Graves' Disease (Hyperthyroidism)

Information on diet, nutrition, & research

Self-help   Symptoms   Causes

Graves' disease is the most common cause of hyperthyroidism (overactive thyroid), and is an immune disease that results in the overproduction of thyroid hormones. The thyroid is a little butterfly-shaped gland, located just below the Adams apple in the throat. It helps to regulate cell level oxygen uptake and plays a major role in maintaining energy, regulating of blood sugar levels and controlling body temperature.

Self Help

These factors can bring stress to the thyroid:

  • smoking
  • fluoride exposure (from tap water, commercial tooth paste, etc.)
  • mercury exposure(i.e. leaching from silver fillings, etc.) or other heavy metals
  • chemical toxin exposure from home cleansing items and body care products
  • consuming unfermented soy products like as powdered soy protein
  • not having enough iodine in the diet
  • stress related to surgery
  • radiation treatment to the head, chest or neck
  • radioactive fallout exposure or radioactive iodine treatment
  • chronic stress and anxiety

As part of a holistic protocol, stress reduction is paramount including some form of daily meditation, exercise, visualization, lifestyle choices.

An overactive thyroid causes every function of the body to speed up, such as heart rate and the rate your body turns food into energy. Graves' disease is one cause of overactive thyroid. It is closely related to Hashimoto's disease, an autoimmune disease affecting the thyroid.

While a number of disorders may result in hyperthyroidism, Graves' disease is the most common cause. It often presents itself in people in their 20's and 30's, and affects women 10 times more often than men.

There are often autoimmune problems that coincide with the Graves' disease including: Rheumatoid Arthritis, pernicious anemia, Addison's disease, Type 1 diabetes and Vitiligo.


Primary symptoms include: Goiter, bulging of the eyes, reddening and thickening of the skin, insomnia, hand tremor, hyperactivity, heat sensitivity, excessive sweating, weight loss despite increased appetite, diarrhea, frequent defecation, rapid heart beat (palpitations), muscle weakness and skin being warm and moist, difficulty in getting pregnant, lighter menstrual flow and less frequent periods.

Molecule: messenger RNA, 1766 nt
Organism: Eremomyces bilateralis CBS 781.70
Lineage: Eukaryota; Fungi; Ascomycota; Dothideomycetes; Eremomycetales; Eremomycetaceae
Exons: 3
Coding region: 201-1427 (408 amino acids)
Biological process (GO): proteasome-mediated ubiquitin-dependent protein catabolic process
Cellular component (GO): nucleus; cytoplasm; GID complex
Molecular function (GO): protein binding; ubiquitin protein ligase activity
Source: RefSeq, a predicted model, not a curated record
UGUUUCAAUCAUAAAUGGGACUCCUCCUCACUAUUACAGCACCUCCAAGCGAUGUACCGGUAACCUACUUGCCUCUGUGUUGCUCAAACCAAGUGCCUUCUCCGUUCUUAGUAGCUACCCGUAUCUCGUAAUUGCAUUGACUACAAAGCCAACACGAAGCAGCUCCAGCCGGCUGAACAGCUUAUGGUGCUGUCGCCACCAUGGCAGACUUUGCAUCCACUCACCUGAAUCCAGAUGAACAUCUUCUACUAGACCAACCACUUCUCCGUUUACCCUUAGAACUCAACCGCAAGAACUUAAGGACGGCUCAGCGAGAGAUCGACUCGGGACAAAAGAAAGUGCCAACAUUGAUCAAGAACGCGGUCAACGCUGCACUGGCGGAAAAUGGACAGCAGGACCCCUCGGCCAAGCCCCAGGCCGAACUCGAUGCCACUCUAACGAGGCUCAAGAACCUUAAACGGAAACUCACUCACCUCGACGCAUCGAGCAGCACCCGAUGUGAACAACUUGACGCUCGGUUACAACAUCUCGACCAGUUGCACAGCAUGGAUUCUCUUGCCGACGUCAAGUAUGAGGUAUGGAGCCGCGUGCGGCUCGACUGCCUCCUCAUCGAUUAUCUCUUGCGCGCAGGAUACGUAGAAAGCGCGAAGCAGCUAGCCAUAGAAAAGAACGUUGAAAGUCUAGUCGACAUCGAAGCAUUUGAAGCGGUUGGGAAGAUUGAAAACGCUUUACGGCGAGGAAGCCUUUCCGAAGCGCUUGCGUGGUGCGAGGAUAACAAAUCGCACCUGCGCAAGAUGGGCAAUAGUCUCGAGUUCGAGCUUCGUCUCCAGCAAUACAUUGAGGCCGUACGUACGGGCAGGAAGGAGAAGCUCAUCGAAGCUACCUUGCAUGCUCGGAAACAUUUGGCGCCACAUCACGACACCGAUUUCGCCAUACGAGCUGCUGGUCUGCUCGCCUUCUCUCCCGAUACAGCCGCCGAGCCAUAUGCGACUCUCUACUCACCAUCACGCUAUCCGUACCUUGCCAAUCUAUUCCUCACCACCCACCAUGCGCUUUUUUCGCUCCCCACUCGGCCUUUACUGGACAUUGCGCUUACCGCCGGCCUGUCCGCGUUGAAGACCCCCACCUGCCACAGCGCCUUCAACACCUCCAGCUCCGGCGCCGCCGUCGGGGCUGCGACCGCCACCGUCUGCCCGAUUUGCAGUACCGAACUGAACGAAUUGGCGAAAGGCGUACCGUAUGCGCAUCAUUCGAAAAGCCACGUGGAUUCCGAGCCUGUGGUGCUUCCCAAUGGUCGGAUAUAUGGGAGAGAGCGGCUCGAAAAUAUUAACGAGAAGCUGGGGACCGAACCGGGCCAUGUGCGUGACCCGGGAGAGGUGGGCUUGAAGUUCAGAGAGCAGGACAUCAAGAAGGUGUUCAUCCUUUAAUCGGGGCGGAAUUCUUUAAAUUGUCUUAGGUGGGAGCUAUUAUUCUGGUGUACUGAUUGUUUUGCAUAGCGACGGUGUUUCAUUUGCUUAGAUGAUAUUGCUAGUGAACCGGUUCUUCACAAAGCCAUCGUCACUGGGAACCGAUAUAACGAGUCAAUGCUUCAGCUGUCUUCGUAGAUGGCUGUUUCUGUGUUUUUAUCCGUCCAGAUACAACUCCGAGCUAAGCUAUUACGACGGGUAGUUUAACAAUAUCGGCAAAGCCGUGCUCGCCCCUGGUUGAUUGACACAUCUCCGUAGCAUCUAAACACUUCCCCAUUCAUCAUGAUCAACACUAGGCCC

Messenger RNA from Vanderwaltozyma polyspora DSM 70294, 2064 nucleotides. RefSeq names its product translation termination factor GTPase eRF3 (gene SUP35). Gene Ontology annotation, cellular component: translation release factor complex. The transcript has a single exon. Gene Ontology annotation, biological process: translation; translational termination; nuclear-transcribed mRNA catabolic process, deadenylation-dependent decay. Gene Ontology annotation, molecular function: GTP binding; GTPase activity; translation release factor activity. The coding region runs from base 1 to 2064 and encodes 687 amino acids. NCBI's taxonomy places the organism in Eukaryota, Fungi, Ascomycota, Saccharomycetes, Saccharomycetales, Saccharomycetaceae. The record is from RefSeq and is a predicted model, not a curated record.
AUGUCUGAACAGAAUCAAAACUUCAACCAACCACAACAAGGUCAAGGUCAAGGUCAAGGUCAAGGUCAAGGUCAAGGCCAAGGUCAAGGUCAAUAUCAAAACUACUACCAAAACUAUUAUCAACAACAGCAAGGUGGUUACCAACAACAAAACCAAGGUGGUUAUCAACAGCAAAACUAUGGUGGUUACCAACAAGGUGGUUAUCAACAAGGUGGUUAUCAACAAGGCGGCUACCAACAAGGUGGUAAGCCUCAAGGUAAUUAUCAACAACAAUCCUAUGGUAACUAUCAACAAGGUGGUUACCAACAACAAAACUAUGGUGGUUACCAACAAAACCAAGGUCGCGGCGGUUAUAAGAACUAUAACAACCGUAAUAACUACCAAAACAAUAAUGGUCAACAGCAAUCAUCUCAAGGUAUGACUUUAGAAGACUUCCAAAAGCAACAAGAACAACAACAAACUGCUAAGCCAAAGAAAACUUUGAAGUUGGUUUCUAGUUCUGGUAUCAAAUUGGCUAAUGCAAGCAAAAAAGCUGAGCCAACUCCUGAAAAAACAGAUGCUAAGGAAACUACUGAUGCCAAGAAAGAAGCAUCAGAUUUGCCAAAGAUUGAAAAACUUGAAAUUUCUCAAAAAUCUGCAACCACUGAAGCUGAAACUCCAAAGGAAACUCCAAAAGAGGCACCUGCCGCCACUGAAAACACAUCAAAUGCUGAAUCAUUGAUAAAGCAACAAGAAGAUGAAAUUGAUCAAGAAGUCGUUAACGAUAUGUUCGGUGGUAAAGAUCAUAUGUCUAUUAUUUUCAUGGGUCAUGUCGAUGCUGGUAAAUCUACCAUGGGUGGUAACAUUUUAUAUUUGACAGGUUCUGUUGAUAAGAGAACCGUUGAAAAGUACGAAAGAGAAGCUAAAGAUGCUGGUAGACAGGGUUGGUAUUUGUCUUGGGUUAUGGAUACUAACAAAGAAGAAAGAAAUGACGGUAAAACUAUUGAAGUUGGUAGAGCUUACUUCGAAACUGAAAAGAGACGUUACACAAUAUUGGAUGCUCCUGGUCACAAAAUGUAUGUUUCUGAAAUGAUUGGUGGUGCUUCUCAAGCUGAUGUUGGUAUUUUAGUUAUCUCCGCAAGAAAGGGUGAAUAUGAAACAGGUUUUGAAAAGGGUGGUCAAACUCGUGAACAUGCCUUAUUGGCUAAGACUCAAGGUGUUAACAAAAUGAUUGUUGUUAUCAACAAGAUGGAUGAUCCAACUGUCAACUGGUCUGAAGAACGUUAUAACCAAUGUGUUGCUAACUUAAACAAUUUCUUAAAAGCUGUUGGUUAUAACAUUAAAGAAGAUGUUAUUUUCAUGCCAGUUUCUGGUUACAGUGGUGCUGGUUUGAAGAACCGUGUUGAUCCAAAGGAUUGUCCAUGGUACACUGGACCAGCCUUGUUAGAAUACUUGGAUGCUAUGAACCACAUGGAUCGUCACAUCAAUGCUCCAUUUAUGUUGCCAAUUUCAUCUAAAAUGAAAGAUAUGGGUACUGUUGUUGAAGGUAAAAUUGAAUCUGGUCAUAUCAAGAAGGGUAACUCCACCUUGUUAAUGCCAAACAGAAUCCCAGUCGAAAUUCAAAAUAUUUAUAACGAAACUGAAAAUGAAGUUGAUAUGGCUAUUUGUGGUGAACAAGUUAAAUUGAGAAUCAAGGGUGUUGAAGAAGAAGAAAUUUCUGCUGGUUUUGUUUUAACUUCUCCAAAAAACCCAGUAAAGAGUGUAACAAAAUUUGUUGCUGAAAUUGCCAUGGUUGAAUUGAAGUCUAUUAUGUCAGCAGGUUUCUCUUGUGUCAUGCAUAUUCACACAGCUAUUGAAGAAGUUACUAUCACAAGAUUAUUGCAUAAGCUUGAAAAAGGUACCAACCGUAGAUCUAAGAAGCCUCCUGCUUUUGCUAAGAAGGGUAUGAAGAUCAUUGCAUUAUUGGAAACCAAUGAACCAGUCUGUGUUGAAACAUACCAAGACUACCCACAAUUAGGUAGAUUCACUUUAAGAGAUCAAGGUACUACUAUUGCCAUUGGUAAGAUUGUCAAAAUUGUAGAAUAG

The cause of Graves' disease is not known, but the following factors may play a role in its onset:

  • genetic disposition
  • excessive, chronic stress
  • gender
  • pregnancy (30% of women who get Graves' disease were pregnant within 12 months of the onset of the disease)
  • infection

Conventional Treatment

Conventional wisdom is that there is no cure for Graves' disease. There are, however, treatments for its negative effects including hyperthyroidism, ophthalmopathy and mental symptoms.

There is no standard choice for treating Graves' hyperthyroidism; it is not straightforward and often involves complex decision making. The physician must weigh the advantages and disadvantages of the different treatment options and help the patient arrive at an individualized therapeutic strategy that is appropriate and cost-effective.

Therapy with radioiodine is the most common treatment in the United States, whilst antithyroid drugs and/or thyroidectomy is used more often in Europe, Japan, and most of the rest of the world. However, due to the varying success of every treatment option, patients are often given a combination of drugs when the first attempted treatment does not prove entirely successful. There is also often a high risk of relapse or subsequent hypothyroidism. Surgery may be another option where most of the thyroid is removed.